Lethbridge Herald, The (Newspaper) - May 29, 1972, Lethbridge, Alberta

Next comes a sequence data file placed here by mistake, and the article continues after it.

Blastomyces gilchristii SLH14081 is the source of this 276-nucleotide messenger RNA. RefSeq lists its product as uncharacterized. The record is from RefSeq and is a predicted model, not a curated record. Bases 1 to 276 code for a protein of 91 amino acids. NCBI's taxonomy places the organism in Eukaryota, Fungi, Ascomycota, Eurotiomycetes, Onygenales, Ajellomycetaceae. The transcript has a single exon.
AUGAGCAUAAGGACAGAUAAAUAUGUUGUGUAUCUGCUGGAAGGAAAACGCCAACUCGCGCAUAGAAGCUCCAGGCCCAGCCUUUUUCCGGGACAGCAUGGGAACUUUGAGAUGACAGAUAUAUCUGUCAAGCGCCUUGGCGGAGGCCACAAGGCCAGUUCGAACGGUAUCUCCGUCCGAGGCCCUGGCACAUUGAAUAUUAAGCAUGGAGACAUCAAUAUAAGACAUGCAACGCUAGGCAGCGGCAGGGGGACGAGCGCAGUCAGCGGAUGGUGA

TORONTO (CP-----The To- ronto stock market turned frac- tionally lower in quiet mid- morning trading today, erasing advances recorded during tho opening minutes of ihe session. The industrial index lost .24 to 206.00, golds .10 to 200.90, haso metals Jl to U7.80 and western oils .01 to Volume by 11 a.m. was down from'scS.OOl) at tire same time Friday. Despite (he decline, gains held a narrow margin over losses, ICC to 97, with issues un- changed. Banking, food processing, oil refining, steel, trust and loan and pipeline slocks dropped moderately lower. Beverage, in- dustrial mining, merchandising and general manufacturing is sues scored moderate gains. Pennington's Stores lost to Na-Churs International 'j to Canada Permanent Trust Is to Imperial Oil to and Pure Silver fuc cents to Bank of Nova Scotia was down 's to SSiK'H, Canad i Packers to s' Gas '4 to Electrohornc to and Moore to Falconbridge was up 1 to Eow Valley to Power Corp. ;IK to Inco lo Numac lo Ast' mera to and Masso Ferguson !B to CALGARY (CP) Receipt at the Calgary livestock mar- ket to 11 a.m. were light, about 200 head, mostly slaughter cows. Trade was active. Slaughter steers and lieifers steady, quality and cin- dition considered; all grades of cows were steady and a few bulls were steady. Good slaughter steers 35.50 to medium lo 85.25. Good to low choice heifers 33 to 34.75, medium 30 to 33. Good cows 27 to 28 with younger kinds higher: medium 25 to 26. 50, cann'Ts ami cutlers 20 Lo 24. Good bulls 27.50 to 29.40. Replacement cattle were scarce with heavy feeder steers 35 lo 37. Hogs base price 29.45. MONTREAL (CP) Prices j made only modest moves in light trading on the Montreal stock market today. Gains were posted by the in- dustrials, up .15 lo 216.67, and papers, ahead .60 to 91.30. Utih ties lost lo 1G0.31, banks .26 lo 259.22 and the composite .08 to 210.43. Combined volume on the Monlreal and Canadian stock exchanges at 11 a.m. was shares, compared with 38B.200 at the same lime Friday. Andres Wines was up to People's Stores to Hudson's Bay Co. 'z to SIB'.b, Financial Collection Agencies p Ltd. 'is to International j Nickel vs to and Massey- Ferguson to Bell Canada was off lo Interprovincial Pipeline to SSO'i, Moore Corp. lo Royal Bank to and Stelco !i lo S34'-8. Markets closed NEW YORK (CP) All United States and British mar- kets were closed Icduv. Americans were celebrating Memorial Day and the annual spring bank holiday was being observed in Britain. GOLDWATEK BETTER WASHINGTON (AP> Sena i tor Barry Gold water (Rep. Ariz.) is recovering in Bethesda Naval Hospital after a gallblad- der operation, his office an- nounced Sunday. FALll-N WARRIOR The Oriental Warrior being tow- ed to Jacksonville, Fla. Still smoking from a fire in her midseclion. The ocean going tug W. T. Coppedge Sr. is shown towing the Oriental Warrior about 40 miles east of Doytona Beach, Fla., headed for Jacksonville. '0f MS tilHi Miscellaneous quotations Vancouver, Calgary, Montreal (Supplied by Uoherty, McCuaig Limited) LAST BID Oil SALE a.m. Quotes) WESTERN OILS Almlnex 5.4Q Alia Eust Gas 7.20 Asamera IB.50 P Oil Gas an South dn Ex Gas CcJn Homesdt a.m. Quotes) A.m. Quolli) 5.10 6.SO 3.75 7.25 Cdn Ind Gas Oil 9.12" Cdn Super Cdn Long Is Chieflan Dome Pel? Gt Gt Cdn Oil Lorhiel North Cdn Oil Numac Pancdn Pele Pan Ocean Pinnacle Place Gas Ranger Scurry Rain Spooner Seibens Tolal Ulsler W. Decelta 9.10 39.. W 30.25 6. 2S 1.62 5.35 16. 37 '3 Id. 11.50 1.17 .38 .BB 17.50 Hugh Russell Huiky Oil Huiky Oil B Husky Oil War Inter Pipe Inter S1eel KftiEtT Res Manage Pacific Pete SanrJwell Teledyne West Cdn Seed White Yukon Weslfielrl CALGARY Acroll Barons Oil Madison Nort Cont West War IS.IJVa Invest Mutual A-) fin Mutual Ac Mutual Gr F Na! Res N W Fin N Vf Gf Principal Cr Royfund 4.55 13.62V) 12.75 3.60 3. td 34.00 3.95 4.10 7.12Vi .40 Temp United Ac Universal Sav Vanguard 13.57 13.7-i 5.96 5.94 6.53 5.94 6.53 7.30 7.98 5.38 5.91 6.BB 5.13 5.63 6-82 7.10 7.29 7.97 5.60 6.16 8.14 8.9-1 10.74 11.77 7.79 6.54 PIPE LINE STOCKS West Pcle MISCELLANEOUS INDUSTRIES Aquatin Cdn Brew A Cdn Brew B Cdn Pacific In1 Cygnus A Cygnus B Falcon Copper Genstar Home A Home 0 Hud Bay Co Hud Bay Oil Hud Bay Pfd 6.37V; 31.50 36.621; 26.75 5.37'j 5.50 13.50 15.50 32.37' '3 30.50 18.00 38.d2V3 48.B7V3 Gas A Alia Gas Pfd Alta Nat Gas Inland Hat Gas N and C Gas N and C B Pfd Gaz Melro Trans Cda Trans Cda B Trans Cda A Trans Cda War WC Trans WC Trans WFs MUTUAL FUNDS All Cdn 8.77 9.5? Al! Cdn Divid 9.80 10.71 All Cdn Venl Amr Gr F AGF Special Cdn Invest 56.25 20.50 16.50 12.50 5.25 44.75 42.00 83.50 14.75 27.25 9.35 4.27 4.67 7.23 7.94 3.66 5.14 5.63 7.04 7.73 14.64 16.09 3.97 4.3fi 6.27 6.85 5.43 5.93 Dreyfus F U-5- 13.89 15.22 Gr In Shares 4.12 4.53 Gr Equity 7-86 6.63 VANCOUVER MINES Aft cm 14 Atlas Explor Bath Norse Brenda 5 Brycon Churchill Copper Croyden Dankoe Dolly Varden Dynasty Equitoriftl Giant Mascot S Primer Pyramid Silver Standard 1 Trojan Valley Copper WC Res INDUSTRIALS Block Bros B.C. Sugar T. Capt Inter Crestbrook Hys Colur Monday, May 29, 1972 THE LETHBRIDGE HERALD OLDS (CP) Some United Church members apparently reach church pronouncements with a IKK.T in one hand and a racing form in the other, says Jlev. W. Clarke Macdonald. Mr. Macdonald, deputy sec- retary of the church in society 5.75 Ind 3.BO 3.10 Corp Invest Key Indust .45 Pacific W Air 2175 Stampede Intl Res LOO OILS Albany Oil .45 Plains Pete .21''' V-'est Explor .11 Toronto mines, industrials (Supplied By Richardson Secnrltlcs of Canada) LAST BID OR SALE a.m. Quoles) a.m. uuolcs) a.m. Quotes) PROCTOR 8, GAMBLE CELLULOSE, LTD. engaged in the production of Bleach Kraft Pulp in Granda Prairie, Alberta, has the following openings: PULPING DEPARTMENT 1. PRODUCTION MANAGER Responsibilities to include management of chip screening, digesting and bleaching areas reporling directly to the Unit Manager, Qualifications, (he successful applicant will be a gradu- ate engineer, probably a chemical cr mechanical en- gineer wilh 5-10 years experience in continuous process supervision, pulp mill experience, although desirable, not a requirement for tiie position. 2. MAINTENANCE MANAGER Responsibilities will include the successful maintenance of the pulping department, reporting directly to the Unit Manager. Qualifications, a graduate engineer, preferably mechani- cal wiih 5-10 years industrial experience in the mainten- ance of a continuous process operation, supervisory and planning experience required. Pulp mill experence is de- sirable but not required. These positions to be filled in July, 1972. Resumes should be submitted prior to June 1, 1972. THE PRODUCTION DEPARTMENT 1, PRODUCTION MANAGER Responsibilities will include the management of pulp drying, finishing, warehousing and shipping areas, re- porling directly to the Unit Manager. Qualifications, a graduate engineer, probably chemical or mechanical wiih 2-10 years experience and continuous process supervision. Pulp mill experience, pulp drying (Plait) and the finishing is desirable but not essential. 2. MAINTENANCE MANAGER Responsibilities, planning and supervision of mainten- ance programs within the production department report- ing to the Unit Manager. Qualifications, a graduate engineer with 2-10 years_of industrial maintenance experience including planning and supervisory functions. These positions to be filled in August, 1972. Resumes to be submitted by June 15, 1972. WOODYARD DEPARTMENT 1. MAINTENANCE MANAGER Responsibilities, include all maintenance within a deport- ment: receiving, debarking, shipping, mobile equipment, etc. Qualifications, an engineer graduate with a minimum three years industrial maintenance experience and famili- es rity with mobile equipment maintenance. 2. ELECTRICAL SHOP AND ELECTRICAL TRAINING MANAGER Responsibil flies, to include the supervision of the elec- ti-Knl technical technician training and trouble-shoot- ing throughout the mill. Qua I if lections, gra duals electrical engineer with a mini- mum of 5 years experience in industrial electrical main- ten an preferably on continuous processing. positions to be filled by July, 1972. Resumes lo be submitted by June 1, 1972. UTILITIES AND CHEMICALS DEPARTMENT 1. POWER MOUSE PRODUCTION MANAGER Responsibilities, will involve power house supervision with direct rc'porlina, to the Unit Manager. Alberta 1st Class sleam engineer license. 2. PRESSURE VESSEL INSPECTOR The successful applicant will hold an Alberta 1st class steam engineer license and will have extensive experience in pressure inspection. He will report directly to the Unit Manager. 3. MAINTENACE ENGINEER lhi> npnlicant will be o graduate engineer with 3 10 years experience in power house maintenance. 4. INSTRUMENT ENGINEER The sureossfill applicant will bo a graduato engineer preferably mechanicnl or electrical wilh extensive ex- in industrial inslrmnenlation. of n technical school (2 yrars) will he con- Mcd'H'd her ocl on iheir experience in the field of inslru- mi-illation. Ihosn positions will bo filled in August, 1972. Resumes to bo submiticd prior to July 15, 1972. All applications may be submitted In confitlenco to the PER- SCNNEL MANAGER, Proctor ond Gambia CELLULOSE, LTD., V.T. No. '1, Praiiir, Alborlo. LONDON (CP) A man ot his time and a man much ahead of his time. That's the way Britain's na- tional press sums up the turbul- ence, tranquillity and waste of the swinging prince of the 1930s whose death Sunday in Paris opened a gusher of published re- flections. He 77. "He had the misfortune to up before the war brushed aside some of the stuffier con- ventions of British public says The .Scotsman. cherish memory of that most charming and most English of Englishmen, whose love for a woman lost him his crown." says The Daily Mail. "To lose a throne and lo find lasting love may be to win a crown more precious than says Sun. Throughout his declining years in a Paris mansion, the Duke of Windsor had been largely ignored by the British press. But if made up for it in his dealh, lavishinp praise also on his 75-year-oid wife whose in- vitation by the Queen to be a guest now at Buckingham Pal- ace seemed finally to bestow on the American divorcee full royal acceptance. The Daily Express says the duchess should know "that the king was never crowned has a firm, enduring place in British hearts.1' The Guardian says the duke, who was king for less than a year, was most fortunate "in a long life in marrying a woman of admirable warmth and char- As tributes from world lead- ers poured in, the one tribute thai might have aroused the duchess to full acknowledge- ment of her own dedication did not seem to emerge. Queen Mother Elizabeth often has been reported as sharply critical of the duke. Because of Hie duke's abdication in 1930, her husband, tho shy, ailing (.ieorge VI. had to take on the enormous tasks of monarchy in a period of peace and urn-. The Queen was reported convinced that these duties shortened her husband's life. Meanwhile, the duke, steering jlear of any possible intrusion on the affairs of the mon- archy, seemed to be spending his time in rich idleness. Sir Colin Cocte, writing in The Daily Telegraph, says it is easy to speak of "a life." But he suggests the British public should "let history remember (he vivid, lively, human prince c h a r m i n g rather than the weary, w a y w a r d, wandering ghost." It was as Prince of Wales and heir to the throne that the duke is best remembered by the eld- erly and the There were many reports of his loves and travels but also of his ability to reach the common people, to walk among the un- employed and lo sympatluze with them openly, much to the fury of the British bureaucracy. "Tiie Prince of Wales was very much a man of his times in spite of an upbringing that appeared to insulate lu'm from many of the influences thai were formative of his contempo- says The Times. But it maintains lhat his deci- sion to renounce the throne, while harsh, was not wrong "at the lime it was made.. Other newspapers question what Ihe monarchy might have been like had he remained on the throne. The consensus is that it. might have become mod- ern, with the reigning sovereign frequently mingling among tho j people. MINES Advocate Asb. Ahailcho Bratorne Broulan Belhlehem Brunswick Cassiar Central Pat. Cons. Ra.nbler Coin Cochenour Craig mont Dickenson Mines Penison Mines Deer Horn D'Eldona Dome Mines AI dona Discovery East Malartic Easl Sullivan Falconbridge Frobex First Giant Y.K. Bovls Granduc Headway R.L. Holllnger Hudson Bay M-S Hydra Ex. Iron Bay Joliet Quebec Kerr Addison Key Anacon Labrador Lake Shore Lorado Madsen R.L. Malartic G.F. Martin McNeely Maclntyre Mcta Midrim Intern Mogul New Athona New Calumet W. Horse Copper Noranda Oiisko Pine Point Placer Dev. P.C. Exp. Quebec Man Rayrock Radiore Rio Algor Roi i Corp. .11 8.55 1.55 .07 1.55 3.75 74.25 7.00 42.50 23.63V Sherri Silver Miller Steep Rock Tek Corp. Texi lont .n 33.00 3.65 .11 19.55 7. BO 16.50 .55 3.85 Upper Canada Western Mines Wright Hargreaves 1.31 Willroy 7.20 Windfall ,10V Yellowknife Bear 4.55 INDUSTRIALS Abitibi Alcan Algoma Sleel Atco Ind Atlantic Sugar Agra Ind. Bell Tel Brazil Trac B.C. Tel Burns B.C Forest B.C. Sugar Bow Vai Ind CAE Ind Cdn Brew Chemcell Col Cell Calgary Power Coron Credit 70. 87' 43.50 62.00 15.00 21.75 21.00 32.15 8.00 8. CO 4.85 1.90 34.75 1.55 Dome Dcfasco Cable Gt Cdn Oil Gen Motors Gt Lakes Pp Gulf Oil Cda Greyhound Hawker Sid Hur Erie Hiram Walker Imp Oil Inl Nickel Int Pp Inv Grp A Int Util Ind Accept Laurentlde Kelly Doug A Loeb L obi aw A Met Stores Massey Ferg McMillan Sloe Moore Corp Molsons A Molsons B North Cent Power Corp Price Co. Rothrnans St. La' Shell CDA Simpson's Simp Sears Steel of Cda Selkirk A Corp C.W.N. Gas Pfd 11.25 Cdn Ind Cdn Marconi Cdn Vlckers Chrysler C.P.R. I Corninco Cons Bslh Cons Gas Cdn W Nat Gas Dsit Seagrami Dom Bridge Domlar Dom Textile Dom Stores 13.50 3.25 12.00 31.50 15.25 30.12' 10.87' 36.50 30.50 15.25 31.50 15.25 Traders Grp A Trans Mtn Pp Trans Cda Pp Union Oil Versatile Mfff. Westeoi Union Car Weslon's B Woodward's A West Cdn Seed Zenith Elcc BANKS Can Imp Montreal Nova Scotia Roys! 39.75 2B.37VJ 19.50 6.25 75.25 17.25 28.B7VJ 20.25 3.60 30.75 46.55 35.CO 25.50 3375 30.25 9.37 48.25 20.12V3 50 OU 50.75 17.50 31.50 44.50 13.27'j 42. W) 5.75 20.50 19.25 21.75 27.50 7.J5 2.85 25.75 20.75 35.5D 33.62'; New York stocks (Supplied By Richardson Secnritlcs of Canadi) Develop Churchill -Stanfield FUN' FLOX. Man. (CP) Churchill should be developed as a transportation and com- munications centre for t h e north, Opposition Leader Rob- ert Stanfield toldan audience of more than 300 in this northern Manitoba mining community. Mr. Stanfield, who had ar- rived from a tour of the Sas- katchewan centres of Saska- toon, Swift Current, and Medi- cine Hat in Alberta, said he had found much concern on his tour that'the full potential of the Hudson Bay port be util- ized. He said it also was evident that the still feels alien- ated towards oilier parts of Canada. "What is needed Is an ade- quate plan for the entire West and North." Asked if the New Democra- tic Parly victories in provin- cial elections in Manitoba and Saskatchewan indicated that the Conservatives might be losing some of their strength in the West, Mr. Stanfield said the NDP is no longer a threat nationaUy even as an official opposition party. Tiie Conservative Party is the only possible alternative to the present government, he said. From The Pas airport, Mr. Stanfield and Churchill MP Robert Simpson drove to The Pas reserve where they were received by Chief Gordon Lath- lin at the band council offices. Bank manager Phillip Dorion presented Mr. Slanfield with a brief outlining two projects which the council is attempting to activate. One deals with an on-the-job training program which would prepare band members for the construction industry, clerical and other service industries jobs. It also would make available supervisory and managerial training for some of the young- er men. The second project is for tiie construction of a arena on the reserve. division of Mi.-sion in Canada said today he referring ID an arlcle in the church's na- tional entitled "Tin! United Church is a Drinking Church." I happen to be oppo'-ed to the booze business rot lie- cause I think the person, preacher or layirum, is on his way down some slippery slopti because lie drinks, but bccau: M I'm opposed to a traffic which is instrumental in producing the most serious drug problem we have in this said. "I'm opposed to this bc-c-aurr: it's making a lot ff ou! to be damn hypomt.s, taizzliivj beer on one kind and arresting kids if they arc caught pnyjk- ing a joint on the other. It's nu wonder the youngsters Ihink v.c are phony." He ad d r c s s ing .v'iii clergymen and lay delegates to the annual conference of the United Church in Alberta. Mr. Macdonnld told delegate0 he knows it hasn't been eas-. for them in the last few years. "You've been slugging it out in the mire of mediocre churchmanship, subsisting on the rations of limited supply which have been nibbled away by the rats of despair or filched by the fickle finger of Freaud- ian factions." He said much of the equip- ment with which churchmen have been doing battle are out- dated. The "enemy1 h a d catchy cliches of (he modern era while clergymen were rx- j pccted to repeat stock phrases well understood and meaning- fui two generations The New York Stock Market is closed today. TORONTO AVERAGES 20 Industrials 206.02 off .22 20 Golds 207.19 up .0-! 10 Base Metals 97.M off .07 15 Western Oils 223.03 off .30 Volume 996.000 Grain price review ast takes five lives I.AGOS. Nigeria (API Emergency medical supplies are being rushed lo Lagos In Ircat more than 100 burn vie- linis (if a flour mill explosion lhat lias lakcn at least five i lives. Doctors al five major hospi- tals in Lagos report about 50 of Ihe injured are in critical condi- tion from severe burns. The explosion and fire ripped Uiroiuih the giant U.S. -owned flour mills of Nigeria Ltd., Fri- day. blasting away one side of a six-floor building at the mill in j Lagos. lours PORT ALICK. II.C. Governor General R o 1 a n d Midlener was to tour the llavo- nier mill and some of the com- pany's logging operations loday as he and Mrs. Michcner began the second of their two- I week tour of British Columbia. The Mieheners were to ar- rive at this northern Vancouver Island community aboard ihe II1ICS Mackenzie, their base for the lour, after resting Sun- I day al lung on Ihe coast j of the northern mainland. Wlulc the gmrrnor general j j tours the Kaumier operations, Mrs. MU'hrmT will review Girl Guides and Brownies Iroops and see a display of local arl. The llichnu-rs'will visit Port Hardy on niii'llicrn Vancouver 1 Island Tuesday. Hog prices EDMONTON (CP) Aver- age prices to II a.m. provided by the Alberta Hog Producers Marketing lioard: Kdmonlun: Average Fri- day, lied Deer: Average Fri- day, MI.IIII. Calgary; Average Fri- day, 2'j.iil. Lclhbridgc: Nil. Average Fri- day. Lloytlminsler: Nil. Average Friday, (Jrande Prairie: Nil. Average Friday, in Fain ii'u Nil Average Friday, Nil. Fort Maelond: 20.-IS. Average Friday, Nil. Tolal hogs sold 1.5IM, tolal hogs Mild Fiiilay Average Sows average WINNIPEG prices were unchanged on an ex- tremely dull trade at mid-ses- sion on Ihe Winnipeg Grain Ex- change mainly because of the Memorial Day holiday in the United Slates. Volume ot trade Friday was bushels of flax, 000 of rapeseed and of rye. MID-SESSION Flax: May U lower 2.72 July unchanged 2.74 ?i; Oct., Nov. and Dec. not open. Rapeseed Vancouver: June unchanged 2.51 3i; Sep. >i high- er 2.52 Nov. 1 lower 2.52B; Jan. lower 2.51B. Hapeseed Thunder Bay: May not open: July unchanged 2.45 B: Oct. unchanged 2.46 Nov. unchanged 2.46B; Dec. not open. Oats: May unchanged A: July unchanged 69 %A; Oct. and Dec. not open. Barley: May unchanged 1.09 July unchanged 1.09 Oct. "a lower 1.11 "JaB. Rye: May not open; July Vs lower 1.02 'i: Oct. ij lower 1.02 ?sB; Dec. not open. Equal voice parly's goal By Gene Fawcclte A BATTem TO FVKGtr A MAINTENANCE-FREE CAR BATTERY SVSTEM HAS JUST j BEEN INTRODUCED. IT CON- j SiSTS OF A SPECIAL RE6U-1 LATOR WHICH KEEPS THE SEALED BATTERY FREE FROM GAS GENERATION AT ANY TEMPERATURE SOTHERt I 1SNEVERANJEEDTORE- PIACE WATER W TOE MONTREAL (CP) Unite- Quebcc, opposition party in the national assembly, came out at a weekend policy convention in favor of a new constitutional agreement between Quebec and Canada. The new agreement would be based on (he recognition that Canada and Quebec are two dis- tinct blocks or nations and that Quebec has a voice equal to that of the rest of Canada. "With and for Quebec.Unite. Quebec will write a new consti- party leader Gabriel Loubier said in his closing ad- dress to the 2.638 persons, of them official delegates, at- tending the convention. will shun to the bastardization of the status quo and prevent Quebec from venturing into a political inde- pendence filled with unknowns and spectres.'1 Mr. Loubier said the resolu- tion on the constitution would apply to negotiatons drawing up a new constitutional agree- ment. URGENTLY REQUIRED USED CAR RECONDITIONING FOREMAN SUPERIOR MOTORS TOP WAGES TO PER HOUR -Can you handle the reconditioning of used cars? you direct ihe duties of a junior clean-up man? Arc you experienced? If you are, we need you Immediately Phone: BILL SITTER, General Sales Mgr. Collect at 223-3537 TABER ALBERTA PURCHASE OF 4 GALLONS OFANYCOLOR. LIMITED TIME ONLY! Offer Good Until June 10 Over 60 Colors To Choose From One Coat Has More Durability Than Paint SAVE NOW AT GUILDERS' MARKET LETHBRIDGE'S INDEPEN 123 N.